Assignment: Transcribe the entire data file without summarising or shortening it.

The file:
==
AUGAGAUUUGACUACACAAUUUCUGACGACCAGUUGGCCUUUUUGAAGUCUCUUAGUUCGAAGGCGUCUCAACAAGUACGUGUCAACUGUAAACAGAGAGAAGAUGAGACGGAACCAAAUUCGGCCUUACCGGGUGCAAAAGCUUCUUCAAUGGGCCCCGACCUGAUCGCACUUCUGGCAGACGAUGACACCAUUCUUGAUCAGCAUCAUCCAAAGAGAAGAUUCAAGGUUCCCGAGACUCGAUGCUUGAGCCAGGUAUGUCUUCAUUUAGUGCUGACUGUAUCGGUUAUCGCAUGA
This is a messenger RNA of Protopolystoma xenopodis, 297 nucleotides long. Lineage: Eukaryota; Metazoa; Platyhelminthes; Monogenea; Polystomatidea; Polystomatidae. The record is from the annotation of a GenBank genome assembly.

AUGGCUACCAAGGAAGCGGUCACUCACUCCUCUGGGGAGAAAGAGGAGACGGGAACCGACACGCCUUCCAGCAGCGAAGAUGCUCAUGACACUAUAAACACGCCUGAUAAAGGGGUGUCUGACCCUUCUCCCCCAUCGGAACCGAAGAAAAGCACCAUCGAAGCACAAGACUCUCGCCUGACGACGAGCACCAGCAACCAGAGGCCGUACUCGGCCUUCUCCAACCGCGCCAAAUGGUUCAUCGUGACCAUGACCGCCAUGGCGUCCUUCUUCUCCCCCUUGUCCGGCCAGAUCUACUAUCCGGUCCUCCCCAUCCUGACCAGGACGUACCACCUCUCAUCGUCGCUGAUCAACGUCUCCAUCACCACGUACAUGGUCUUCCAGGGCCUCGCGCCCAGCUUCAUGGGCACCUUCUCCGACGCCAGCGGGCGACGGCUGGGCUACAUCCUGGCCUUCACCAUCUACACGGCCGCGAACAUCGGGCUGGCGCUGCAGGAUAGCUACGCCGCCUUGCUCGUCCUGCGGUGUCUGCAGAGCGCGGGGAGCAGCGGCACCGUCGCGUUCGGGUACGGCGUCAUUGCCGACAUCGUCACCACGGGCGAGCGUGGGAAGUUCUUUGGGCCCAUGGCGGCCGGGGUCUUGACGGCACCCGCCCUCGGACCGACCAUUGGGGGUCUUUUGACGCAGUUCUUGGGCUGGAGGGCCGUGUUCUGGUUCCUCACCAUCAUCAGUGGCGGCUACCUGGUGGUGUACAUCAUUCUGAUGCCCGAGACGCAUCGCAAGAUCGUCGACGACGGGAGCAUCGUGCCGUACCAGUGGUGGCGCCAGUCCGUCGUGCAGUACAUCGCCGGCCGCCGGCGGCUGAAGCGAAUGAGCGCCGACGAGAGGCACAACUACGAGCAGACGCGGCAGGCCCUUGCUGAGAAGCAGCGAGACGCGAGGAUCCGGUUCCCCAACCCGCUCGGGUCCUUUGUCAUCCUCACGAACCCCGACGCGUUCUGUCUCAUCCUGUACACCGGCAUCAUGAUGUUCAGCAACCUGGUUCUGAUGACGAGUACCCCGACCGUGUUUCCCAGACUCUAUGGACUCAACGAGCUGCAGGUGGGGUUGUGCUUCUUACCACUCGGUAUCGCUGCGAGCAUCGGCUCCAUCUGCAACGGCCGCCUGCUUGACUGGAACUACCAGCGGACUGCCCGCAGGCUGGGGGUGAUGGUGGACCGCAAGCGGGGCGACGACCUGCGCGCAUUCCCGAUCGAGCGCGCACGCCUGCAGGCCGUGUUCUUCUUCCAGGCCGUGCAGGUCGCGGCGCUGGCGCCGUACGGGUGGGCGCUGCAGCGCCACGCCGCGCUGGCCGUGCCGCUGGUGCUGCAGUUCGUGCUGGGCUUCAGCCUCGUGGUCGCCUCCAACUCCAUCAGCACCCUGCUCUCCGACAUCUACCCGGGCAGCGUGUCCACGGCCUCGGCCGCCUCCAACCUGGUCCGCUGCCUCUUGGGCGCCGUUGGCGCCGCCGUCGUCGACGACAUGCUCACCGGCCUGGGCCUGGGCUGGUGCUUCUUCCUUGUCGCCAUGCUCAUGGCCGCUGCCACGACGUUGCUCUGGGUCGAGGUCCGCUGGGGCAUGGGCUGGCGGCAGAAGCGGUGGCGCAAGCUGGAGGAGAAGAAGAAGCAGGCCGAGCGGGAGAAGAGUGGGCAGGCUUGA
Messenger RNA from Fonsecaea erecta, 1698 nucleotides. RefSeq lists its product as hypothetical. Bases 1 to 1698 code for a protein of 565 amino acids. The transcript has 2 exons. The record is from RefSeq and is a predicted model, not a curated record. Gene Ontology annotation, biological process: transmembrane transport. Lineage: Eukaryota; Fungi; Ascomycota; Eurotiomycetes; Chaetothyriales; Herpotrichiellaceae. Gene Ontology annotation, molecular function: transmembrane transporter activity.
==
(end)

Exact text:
AUGAGAUUUGACUACACAAUUUCUGACGACCAGUUGGCCUUUUUGAAGUCUCUUAGUUCGAAGGCGUCUCAACAAGUACGUGUCAACUGUAAACAGAGAGAAGAUGAGACGGAACCAAAUUCGGCCUUACCGGGUGCAAAAGCUUCUUCAAUGGGCCCCGACCUGAUCGCACUUCUGGCAGACGAUGACACCAUUCUUGAUCAGCAUCAUCCAAAGAGAAGAUUCAAGGUUCCCGAGACUCGAUGCUUGAGCCAGGUAUGUCUUCAUUUAGUGCUGACUGUAUCGGUUAUCGCAUGA
This is a messenger RNA of Protopolystoma xenopodis, 297 nucleotides long. Lineage: Eukaryota; Metazoa; Platyhelminthes; Monogenea; Polystomatidea; Polystomatidae. The record is from the annotation of a GenBank genome assembly.

AUGGCUACCAAGGAAGCGGUCACUCACUCCUCUGGGGAGAAAGAGGAGACGGGAACCGACACGCCUUCCAGCAGCGAAGAUGCUCAUGACACUAUAAACACGCCUGAUAAAGGGGUGUCUGACCCUUCUCCCCCAUCGGAACCGAAGAAAAGCACCAUCGAAGCACAAGACUCUCGCCUGACGACGAGCACCAGCAACCAGAGGCCGUACUCGGCCUUCUCCAACCGCGCCAAAUGGUUCAUCGUGACCAUGACCGCCAUGGCGUCCUUCUUCUCCCCCUUGUCCGGCCAGAUCUACUAUCCGGUCCUCCCCAUCCUGACCAGGACGUACCACCUCUCAUCGUCGCUGAUCAACGUCUCCAUCACCACGUACAUGGUCUUCCAGGGCCUCGCGCCCAGCUUCAUGGGCACCUUCUCCGACGCCAGCGGGCGACGGCUGGGCUACAUCCUGGCCUUCACCAUCUACACGGCCGCGAACAUCGGGCUGGCGCUGCAGGAUAGCUACGCCGCCUUGCUCGUCCUGCGGUGUCUGCAGAGCGCGGGGAGCAGCGGCACCGUCGCGUUCGGGUACGGCGUCAUUGCCGACAUCGUCACCACGGGCGAGCGUGGGAAGUUCUUUGGGCCCAUGGCGGCCGGGGUCUUGACGGCACCCGCCCUCGGACCGACCAUUGGGGGUCUUUUGACGCAGUUCUUGGGCUGGAGGGCCGUGUUCUGGUUCCUCACCAUCAUCAGUGGCGGCUACCUGGUGGUGUACAUCAUUCUGAUGCCCGAGACGCAUCGCAAGAUCGUCGACGACGGGAGCAUCGUGCCGUACCAGUGGUGGCGCCAGUCCGUCGUGCAGUACAUCGCCGGCCGCCGGCGGCUGAAGCGAAUGAGCGCCGACGAGAGGCACAACUACGAGCAGACGCGGCAGGCCCUUGCUGAGAAGCAGCGAGACGCGAGGAUCCGGUUCCCCAACCCGCUCGGGUCCUUUGUCAUCCUCACGAACCCCGACGCGUUCUGUCUCAUCCUGUACACCGGCAUCAUGAUGUUCAGCAACCUGGUUCUGAUGACGAGUACCCCGACCGUGUUUCCCAGACUCUAUGGACUCAACGAGCUGCAGGUGGGGUUGUGCUUCUUACCACUCGGUAUCGCUGCGAGCAUCGGCUCCAUCUGCAACGGCCGCCUGCUUGACUGGAACUACCAGCGGACUGCCCGCAGGCUGGGGGUGAUGGUGGACCGCAAGCGGGGCGACGACCUGCGCGCAUUCCCGAUCGAGCGCGCACGCCUGCAGGCCGUGUUCUUCUUCCAGGCCGUGCAGGUCGCGGCGCUGGCGCCGUACGGGUGGGCGCUGCAGCGCCACGCCGCGCUGGCCGUGCCGCUGGUGCUGCAGUUCGUGCUGGGCUUCAGCCUCGUGGUCGCCUCCAACUCCAUCAGCACCCUGCUCUCCGACAUCUACCCGGGCAGCGUGUCCACGGCCUCGGCCGCCUCCAACCUGGUCCGCUGCCUCUUGGGCGCCGUUGGCGCCGCCGUCGUCGACGACAUGCUCACCGGCCUGGGCCUGGGCUGGUGCUUCUUCCUUGUCGCCAUGCUCAUGGCCGCUGCCACGACGUUGCUCUGGGUCGAGGUCCGCUGGGGCAUGGGCUGGCGGCAGAAGCGGUGGCGCAAGCUGGAGGAGAAGAAGAAGCAGGCCGAGCGGGAGAAGAGUGGGCAGGCUUGA
Messenger RNA from Fonsecaea erecta, 1698 nucleotides. RefSeq lists its product as hypothetical. Bases 1 to 1698 code for a protein of 565 amino acids. The transcript has 2 exons. The record is from RefSeq and is a predicted model, not a curated record. Gene Ontology annotation, biological process: transmembrane transport. Lineage: Eukaryota; Fungi; Ascomycota; Eurotiomycetes; Chaetothyriales; Herpotrichiellaceae. Gene Ontology annotation, molecular function: transmembrane transporter activity.